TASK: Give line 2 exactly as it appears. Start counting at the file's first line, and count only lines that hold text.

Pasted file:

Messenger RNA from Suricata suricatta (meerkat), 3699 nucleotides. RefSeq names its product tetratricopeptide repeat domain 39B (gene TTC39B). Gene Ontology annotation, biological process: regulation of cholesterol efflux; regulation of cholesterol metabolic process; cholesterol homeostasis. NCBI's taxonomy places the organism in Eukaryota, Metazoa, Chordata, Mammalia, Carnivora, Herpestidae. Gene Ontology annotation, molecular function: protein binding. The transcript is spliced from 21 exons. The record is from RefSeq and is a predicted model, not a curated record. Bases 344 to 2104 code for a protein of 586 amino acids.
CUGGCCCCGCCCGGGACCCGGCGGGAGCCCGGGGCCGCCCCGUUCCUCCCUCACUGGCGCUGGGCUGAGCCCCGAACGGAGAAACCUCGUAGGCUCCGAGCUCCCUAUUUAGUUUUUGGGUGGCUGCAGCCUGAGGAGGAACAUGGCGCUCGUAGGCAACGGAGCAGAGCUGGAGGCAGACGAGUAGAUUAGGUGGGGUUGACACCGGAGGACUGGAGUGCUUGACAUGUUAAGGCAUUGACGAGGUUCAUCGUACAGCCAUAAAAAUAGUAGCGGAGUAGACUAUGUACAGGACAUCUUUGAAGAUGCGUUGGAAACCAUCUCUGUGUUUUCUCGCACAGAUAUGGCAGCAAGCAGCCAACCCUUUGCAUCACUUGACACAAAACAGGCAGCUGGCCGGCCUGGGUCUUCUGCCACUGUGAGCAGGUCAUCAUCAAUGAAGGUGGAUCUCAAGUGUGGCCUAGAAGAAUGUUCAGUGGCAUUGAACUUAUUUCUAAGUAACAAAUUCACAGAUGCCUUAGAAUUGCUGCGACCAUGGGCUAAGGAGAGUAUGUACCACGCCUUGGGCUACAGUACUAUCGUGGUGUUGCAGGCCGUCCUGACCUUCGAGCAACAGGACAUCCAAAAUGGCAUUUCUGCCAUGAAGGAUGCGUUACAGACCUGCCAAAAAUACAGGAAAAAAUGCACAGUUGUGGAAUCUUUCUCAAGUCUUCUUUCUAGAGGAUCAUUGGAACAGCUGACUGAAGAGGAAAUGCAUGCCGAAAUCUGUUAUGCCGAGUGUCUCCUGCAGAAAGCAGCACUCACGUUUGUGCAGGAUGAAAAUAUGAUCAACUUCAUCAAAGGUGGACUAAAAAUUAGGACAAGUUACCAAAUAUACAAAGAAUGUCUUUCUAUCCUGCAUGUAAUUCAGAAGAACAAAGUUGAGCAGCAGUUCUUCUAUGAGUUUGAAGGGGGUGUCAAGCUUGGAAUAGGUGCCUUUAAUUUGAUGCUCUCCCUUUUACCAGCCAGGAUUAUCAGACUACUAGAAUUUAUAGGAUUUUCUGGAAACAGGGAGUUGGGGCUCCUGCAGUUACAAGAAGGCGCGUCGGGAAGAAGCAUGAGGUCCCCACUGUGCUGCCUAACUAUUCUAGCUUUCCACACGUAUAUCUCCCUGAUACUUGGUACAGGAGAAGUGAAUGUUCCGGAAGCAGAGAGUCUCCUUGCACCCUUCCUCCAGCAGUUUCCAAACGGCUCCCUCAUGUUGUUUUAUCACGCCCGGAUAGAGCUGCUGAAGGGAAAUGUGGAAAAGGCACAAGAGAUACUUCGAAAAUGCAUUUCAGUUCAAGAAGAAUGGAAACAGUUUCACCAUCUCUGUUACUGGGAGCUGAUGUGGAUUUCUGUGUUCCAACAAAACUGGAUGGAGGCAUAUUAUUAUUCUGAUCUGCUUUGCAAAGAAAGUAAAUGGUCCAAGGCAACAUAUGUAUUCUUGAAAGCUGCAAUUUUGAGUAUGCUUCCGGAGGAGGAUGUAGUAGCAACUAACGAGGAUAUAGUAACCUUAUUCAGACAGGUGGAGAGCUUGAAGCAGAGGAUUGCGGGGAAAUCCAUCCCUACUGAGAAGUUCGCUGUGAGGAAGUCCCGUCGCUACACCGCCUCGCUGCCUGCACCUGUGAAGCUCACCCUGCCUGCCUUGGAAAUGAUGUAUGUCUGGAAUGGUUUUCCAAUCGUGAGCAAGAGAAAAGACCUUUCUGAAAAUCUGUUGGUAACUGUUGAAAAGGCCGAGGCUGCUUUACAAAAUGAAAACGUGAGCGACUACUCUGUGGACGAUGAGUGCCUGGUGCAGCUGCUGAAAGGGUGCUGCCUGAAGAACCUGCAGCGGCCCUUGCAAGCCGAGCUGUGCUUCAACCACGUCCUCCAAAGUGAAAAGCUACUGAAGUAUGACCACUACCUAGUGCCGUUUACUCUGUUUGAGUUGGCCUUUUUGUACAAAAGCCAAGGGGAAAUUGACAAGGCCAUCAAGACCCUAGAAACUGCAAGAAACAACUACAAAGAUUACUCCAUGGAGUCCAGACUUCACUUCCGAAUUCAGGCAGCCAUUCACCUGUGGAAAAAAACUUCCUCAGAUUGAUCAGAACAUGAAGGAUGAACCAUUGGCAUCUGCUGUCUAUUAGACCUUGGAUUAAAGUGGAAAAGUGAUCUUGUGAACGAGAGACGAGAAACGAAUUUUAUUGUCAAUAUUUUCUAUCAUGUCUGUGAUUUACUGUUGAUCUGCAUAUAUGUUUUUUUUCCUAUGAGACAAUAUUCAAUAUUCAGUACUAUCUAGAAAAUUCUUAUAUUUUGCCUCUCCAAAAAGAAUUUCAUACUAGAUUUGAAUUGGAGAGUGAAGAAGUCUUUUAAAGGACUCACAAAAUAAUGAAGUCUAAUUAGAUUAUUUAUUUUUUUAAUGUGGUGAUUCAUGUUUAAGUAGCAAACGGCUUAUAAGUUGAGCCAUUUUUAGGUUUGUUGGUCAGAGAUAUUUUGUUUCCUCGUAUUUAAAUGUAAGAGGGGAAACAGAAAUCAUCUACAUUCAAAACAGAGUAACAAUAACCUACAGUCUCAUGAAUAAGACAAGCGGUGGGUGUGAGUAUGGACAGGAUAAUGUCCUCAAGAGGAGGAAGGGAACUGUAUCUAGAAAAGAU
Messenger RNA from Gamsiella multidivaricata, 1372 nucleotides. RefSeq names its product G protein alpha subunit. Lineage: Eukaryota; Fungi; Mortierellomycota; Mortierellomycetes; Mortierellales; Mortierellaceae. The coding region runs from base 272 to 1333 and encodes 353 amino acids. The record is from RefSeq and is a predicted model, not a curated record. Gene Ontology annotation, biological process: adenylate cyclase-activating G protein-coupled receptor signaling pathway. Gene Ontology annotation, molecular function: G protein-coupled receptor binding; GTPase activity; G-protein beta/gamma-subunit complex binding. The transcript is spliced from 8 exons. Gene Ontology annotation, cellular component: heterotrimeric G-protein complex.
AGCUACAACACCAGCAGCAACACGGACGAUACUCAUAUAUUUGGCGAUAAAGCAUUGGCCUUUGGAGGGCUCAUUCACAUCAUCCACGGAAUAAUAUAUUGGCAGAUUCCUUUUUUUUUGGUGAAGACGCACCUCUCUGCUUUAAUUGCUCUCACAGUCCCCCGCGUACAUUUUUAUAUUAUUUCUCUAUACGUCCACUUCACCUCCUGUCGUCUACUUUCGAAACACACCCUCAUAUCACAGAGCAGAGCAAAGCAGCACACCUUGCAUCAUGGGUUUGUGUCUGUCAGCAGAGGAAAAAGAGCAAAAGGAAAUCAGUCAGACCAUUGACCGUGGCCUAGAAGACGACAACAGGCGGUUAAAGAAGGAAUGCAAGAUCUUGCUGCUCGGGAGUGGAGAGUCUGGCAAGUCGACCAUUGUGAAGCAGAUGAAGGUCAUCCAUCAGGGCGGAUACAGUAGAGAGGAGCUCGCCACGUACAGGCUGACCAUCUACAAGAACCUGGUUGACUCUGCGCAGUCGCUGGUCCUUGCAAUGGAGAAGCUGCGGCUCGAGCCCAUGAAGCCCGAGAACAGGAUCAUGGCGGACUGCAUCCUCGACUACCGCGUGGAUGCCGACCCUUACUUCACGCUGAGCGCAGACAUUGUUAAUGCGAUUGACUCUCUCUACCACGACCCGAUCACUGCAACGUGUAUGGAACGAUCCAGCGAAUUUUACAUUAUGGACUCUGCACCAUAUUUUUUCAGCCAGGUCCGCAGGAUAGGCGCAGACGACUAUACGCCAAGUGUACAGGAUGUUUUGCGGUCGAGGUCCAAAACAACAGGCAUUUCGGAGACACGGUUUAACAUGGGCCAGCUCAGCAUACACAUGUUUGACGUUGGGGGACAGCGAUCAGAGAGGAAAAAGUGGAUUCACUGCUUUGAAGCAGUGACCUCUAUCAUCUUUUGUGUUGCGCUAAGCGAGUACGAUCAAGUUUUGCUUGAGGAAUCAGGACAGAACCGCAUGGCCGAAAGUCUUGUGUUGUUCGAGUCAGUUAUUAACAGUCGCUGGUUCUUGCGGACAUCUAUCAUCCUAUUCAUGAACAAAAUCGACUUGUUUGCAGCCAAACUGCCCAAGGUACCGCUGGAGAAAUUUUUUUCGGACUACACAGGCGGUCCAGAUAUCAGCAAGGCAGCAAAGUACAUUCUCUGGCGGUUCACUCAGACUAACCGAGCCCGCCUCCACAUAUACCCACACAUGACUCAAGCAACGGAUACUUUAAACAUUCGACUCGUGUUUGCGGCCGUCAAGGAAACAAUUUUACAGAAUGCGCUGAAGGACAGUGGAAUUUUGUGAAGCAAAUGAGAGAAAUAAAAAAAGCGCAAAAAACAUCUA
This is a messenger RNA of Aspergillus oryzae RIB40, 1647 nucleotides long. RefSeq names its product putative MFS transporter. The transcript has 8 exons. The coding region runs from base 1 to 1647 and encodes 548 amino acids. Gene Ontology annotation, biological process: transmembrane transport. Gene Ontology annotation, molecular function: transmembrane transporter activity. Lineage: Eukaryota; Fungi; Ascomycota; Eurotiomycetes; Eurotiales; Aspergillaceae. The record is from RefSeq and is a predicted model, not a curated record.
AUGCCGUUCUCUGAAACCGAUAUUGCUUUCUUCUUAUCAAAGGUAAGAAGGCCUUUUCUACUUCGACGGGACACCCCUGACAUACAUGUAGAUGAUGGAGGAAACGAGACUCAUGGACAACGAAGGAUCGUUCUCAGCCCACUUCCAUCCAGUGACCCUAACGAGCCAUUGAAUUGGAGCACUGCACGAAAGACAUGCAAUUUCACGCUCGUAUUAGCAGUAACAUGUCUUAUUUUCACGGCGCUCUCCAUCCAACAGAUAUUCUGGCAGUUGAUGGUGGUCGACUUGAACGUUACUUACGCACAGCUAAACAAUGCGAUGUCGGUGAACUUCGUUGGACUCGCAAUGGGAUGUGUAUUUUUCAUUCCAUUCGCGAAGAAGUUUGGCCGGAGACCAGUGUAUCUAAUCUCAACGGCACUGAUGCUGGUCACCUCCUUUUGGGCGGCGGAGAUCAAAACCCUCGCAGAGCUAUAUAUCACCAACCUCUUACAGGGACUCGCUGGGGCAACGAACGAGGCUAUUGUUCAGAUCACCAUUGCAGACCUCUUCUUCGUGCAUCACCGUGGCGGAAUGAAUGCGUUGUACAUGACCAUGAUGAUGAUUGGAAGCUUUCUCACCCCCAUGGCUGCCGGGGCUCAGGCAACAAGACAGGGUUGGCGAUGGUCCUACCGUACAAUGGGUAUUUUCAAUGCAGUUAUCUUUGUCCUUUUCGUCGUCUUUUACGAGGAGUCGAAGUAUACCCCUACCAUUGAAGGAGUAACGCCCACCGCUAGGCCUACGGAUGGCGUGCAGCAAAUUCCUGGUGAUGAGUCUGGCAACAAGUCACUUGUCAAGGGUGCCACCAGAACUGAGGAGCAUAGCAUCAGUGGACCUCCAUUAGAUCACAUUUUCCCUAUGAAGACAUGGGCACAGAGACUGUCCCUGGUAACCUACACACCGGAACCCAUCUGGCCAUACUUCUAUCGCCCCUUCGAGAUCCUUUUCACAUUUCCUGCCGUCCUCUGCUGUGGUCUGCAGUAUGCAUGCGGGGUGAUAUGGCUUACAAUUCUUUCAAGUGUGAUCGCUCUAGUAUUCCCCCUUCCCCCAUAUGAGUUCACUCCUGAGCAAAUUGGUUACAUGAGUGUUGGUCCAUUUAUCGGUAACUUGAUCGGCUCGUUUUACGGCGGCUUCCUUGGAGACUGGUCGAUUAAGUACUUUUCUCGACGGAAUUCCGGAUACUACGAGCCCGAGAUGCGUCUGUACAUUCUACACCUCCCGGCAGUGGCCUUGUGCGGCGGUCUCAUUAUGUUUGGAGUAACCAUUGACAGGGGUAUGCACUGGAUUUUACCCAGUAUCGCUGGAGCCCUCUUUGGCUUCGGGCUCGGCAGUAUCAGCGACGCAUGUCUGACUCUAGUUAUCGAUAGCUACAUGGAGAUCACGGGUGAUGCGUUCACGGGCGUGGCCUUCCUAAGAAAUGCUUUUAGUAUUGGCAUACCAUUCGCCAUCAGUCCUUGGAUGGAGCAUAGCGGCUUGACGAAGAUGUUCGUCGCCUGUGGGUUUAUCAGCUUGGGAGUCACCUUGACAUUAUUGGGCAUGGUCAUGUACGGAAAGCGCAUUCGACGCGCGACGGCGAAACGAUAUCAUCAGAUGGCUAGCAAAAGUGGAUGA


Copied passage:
CUGGCCCCGCCCGGGACCCGGCGGGAGCCCGGGGCCGCCCCGUUCCUCCCUCACUGGCGCUGGGCUGAGCCCCGAACGGAGAAACCUCGUAGGCUCCGAGCUCCCUAUUUAGUUUUUGGGUGGCUGCAGCCUGAGGAGGAACAUGGCGCUCGUAGGCAACGGAGCAGAGCUGGAGGCAGACGAGUAGAUUAGGUGGGGUUGACACCGGAGGACUGGAGUGCUUGACAUGUUAAGGCAUUGACGAGGUUCAUCGUACAGCCAUAAAAAUAGUAGCGGAGUAGACUAUGUACAGGACAUCUUUGAAGAUGCGUUGGAAACCAUCUCUGUGUUUUCUCGCACAGAUAUGGCAGCAAGCAGCCAACCCUUUGCAUCACUUGACACAAAACAGGCAGCUGGCCGGCCUGGGUCUUCUGCCACUGUGAGCAGGUCAUCAUCAAUGAAGGUGGAUCUCAAGUGUGGCCUAGAAGAAUGUUCAGUGGCAUUGAACUUAUUUCUAAGUAACAAAUUCACAGAUGCCUUAGAAUUGCUGCGACCAUGGGCUAAGGAGAGUAUGUACCACGCCUUGGGCUACAGUACUAUCGUGGUGUUGCAGGCCGUCCUGACCUUCGAGCAACAGGACAUCCAAAAUGGCAUUUCUGCCAUGAAGGAUGCGUUACAGACCUGCCAAAAAUACAGGAAAAAAUGCACAGUUGUGGAAUCUUUCUCAAGUCUUCUUUCUAGAGGAUCAUUGGAACAGCUGACUGAAGAGGAAAUGCAUGCCGAAAUCUGUUAUGCCGAGUGUCUCCUGCAGAAAGCAGCACUCACGUUUGUGCAGGAUGAAAAUAUGAUCAACUUCAUCAAAGGUGGACUAAAAAUUAGGACAAGUUACCAAAUAUACAAAGAAUGUCUUUCUAUCCUGCAUGUAAUUCAGAAGAACAAAGUUGAGCAGCAGUUCUUCUAUGAGUUUGAAGGGGGUGUCAAGCUUGGAAUAGGUGCCUUUAAUUUGAUGCUCUCCCUUUUACCAGCCAGGAUUAUCAGACUACUAGAAUUUAUAGGAUUUUCUGGAAACAGGGAGUUGGGGCUCCUGCAGUUACAAGAAGGCGCGUCGGGAAGAAGCAUGAGGUCCCCACUGUGCUGCCUAACUAUUCUAGCUUUCCACACGUAUAUCUCCCUGAUACUUGGUACAGGAGAAGUGAAUGUUCCGGAAGCAGAGAGUCUCCUUGCACCCUUCCUCCAGCAGUUUCCAAACGGCUCCCUCAUGUUGUUUUAUCACGCCCGGAUAGAGCUGCUGAAGGGAAAUGUGGAAAAGGCACAAGAGAUACUUCGAAAAUGCAUUUCAGUUCAAGAAGAAUGGAAACAGUUUCACCAUCUCUGUUACUGGGAGCUGAUGUGGAUUUCUGUGUUCCAACAAAACUGGAUGGAGGCAUAUUAUUAUUCUGAUCUGCUUUGCAAAGAAAGUAAAUGGUCCAAGGCAACAUAUGUAUUCUUGAAAGCUGCAAUUUUGAGUAUGCUUCCGGAGGAGGAUGUAGUAGCAACUAACGAGGAUAUAGUAACCUUAUUCAGACAGGUGGAGAGCUUGAAGCAGAGGAUUGCGGGGAAAUCCAUCCCUACUGAGAAGUUCGCUGUGAGGAAGUCCCGUCGCUACACCGCCUCGCUGCCUGCACCUGUGAAGCUCACCCUGCCUGCCUUGGAAAUGAUGUAUGUCUGGAAUGGUUUUCCAAUCGUGAGCAAGAGAAAAGACCUUUCUGAAAAUCUGUUGGUAACUGUUGAAAAGGCCGAGGCUGCUUUACAAAAUGAAAACGUGAGCGACUACUCUGUGGACGAUGAGUGCCUGGUGCAGCUGCUGAAAGGGUGCUGCCUGAAGAACCUGCAGCGGCCCUUGCAAGCCGAGCUGUGCUUCAACCACGUCCUCCAAAGUGAAAAGCUACUGAAGUAUGACCACUACCUAGUGCCGUUUACUCUGUUUGAGUUGGCCUUUUUGUACAAAAGCCAAGGGGAAAUUGACAAGGCCAUCAAGACCCUAGAAACUGCAAGAAACAACUACAAAGAUUACUCCAUGGAGUCCAGACUUCACUUCCGAAUUCAGGCAGCCAUUCACCUGUGGAAAAAAACUUCCUCAGAUUGAUCAGAACAUGAAGGAUGAACCAUUGGCAUCUGCUGUCUAUUAGACCUUGGAUUAAAGUGGAAAAGUGAUCUUGUGAACGAGAGACGAGAAACGAAUUUUAUUGUCAAUAUUUUCUAUCAUGUCUGUGAUUUACUGUUGAUCUGCAUAUAUGUUUUUUUUCCUAUGAGACAAUAUUCAAUAUUCAGUACUAUCUAGAAAAUUCUUAUAUUUUGCCUCUCCAAAAAGAAUUUCAUACUAGAUUUGAAUUGGAGAGUGAAGAAGUCUUUUAAAGGACUCACAAAAUAAUGAAGUCUAAUUAGAUUAUUUAUUUUUUUAAUGUGGUGAUUCAUGUUUAAGUAGCAAACGGCUUAUAAGUUGAGCCAUUUUUAGGUUUGUUGGUCAGAGAUAUUUUGUUUCCUCGUAUUUAAAUGUAAGAGGGGAAACAGAAAUCAUCUACAUUCAAAACAGAGUAACAAUAACCUACAGUCUCAUGAAUAAGACAAGCGGUGGGUGUGAGUAUGGACAGGAUAAUGUCCUCAAGAGGAGGAAGGGAACUGUAUCUAGAAAAGAU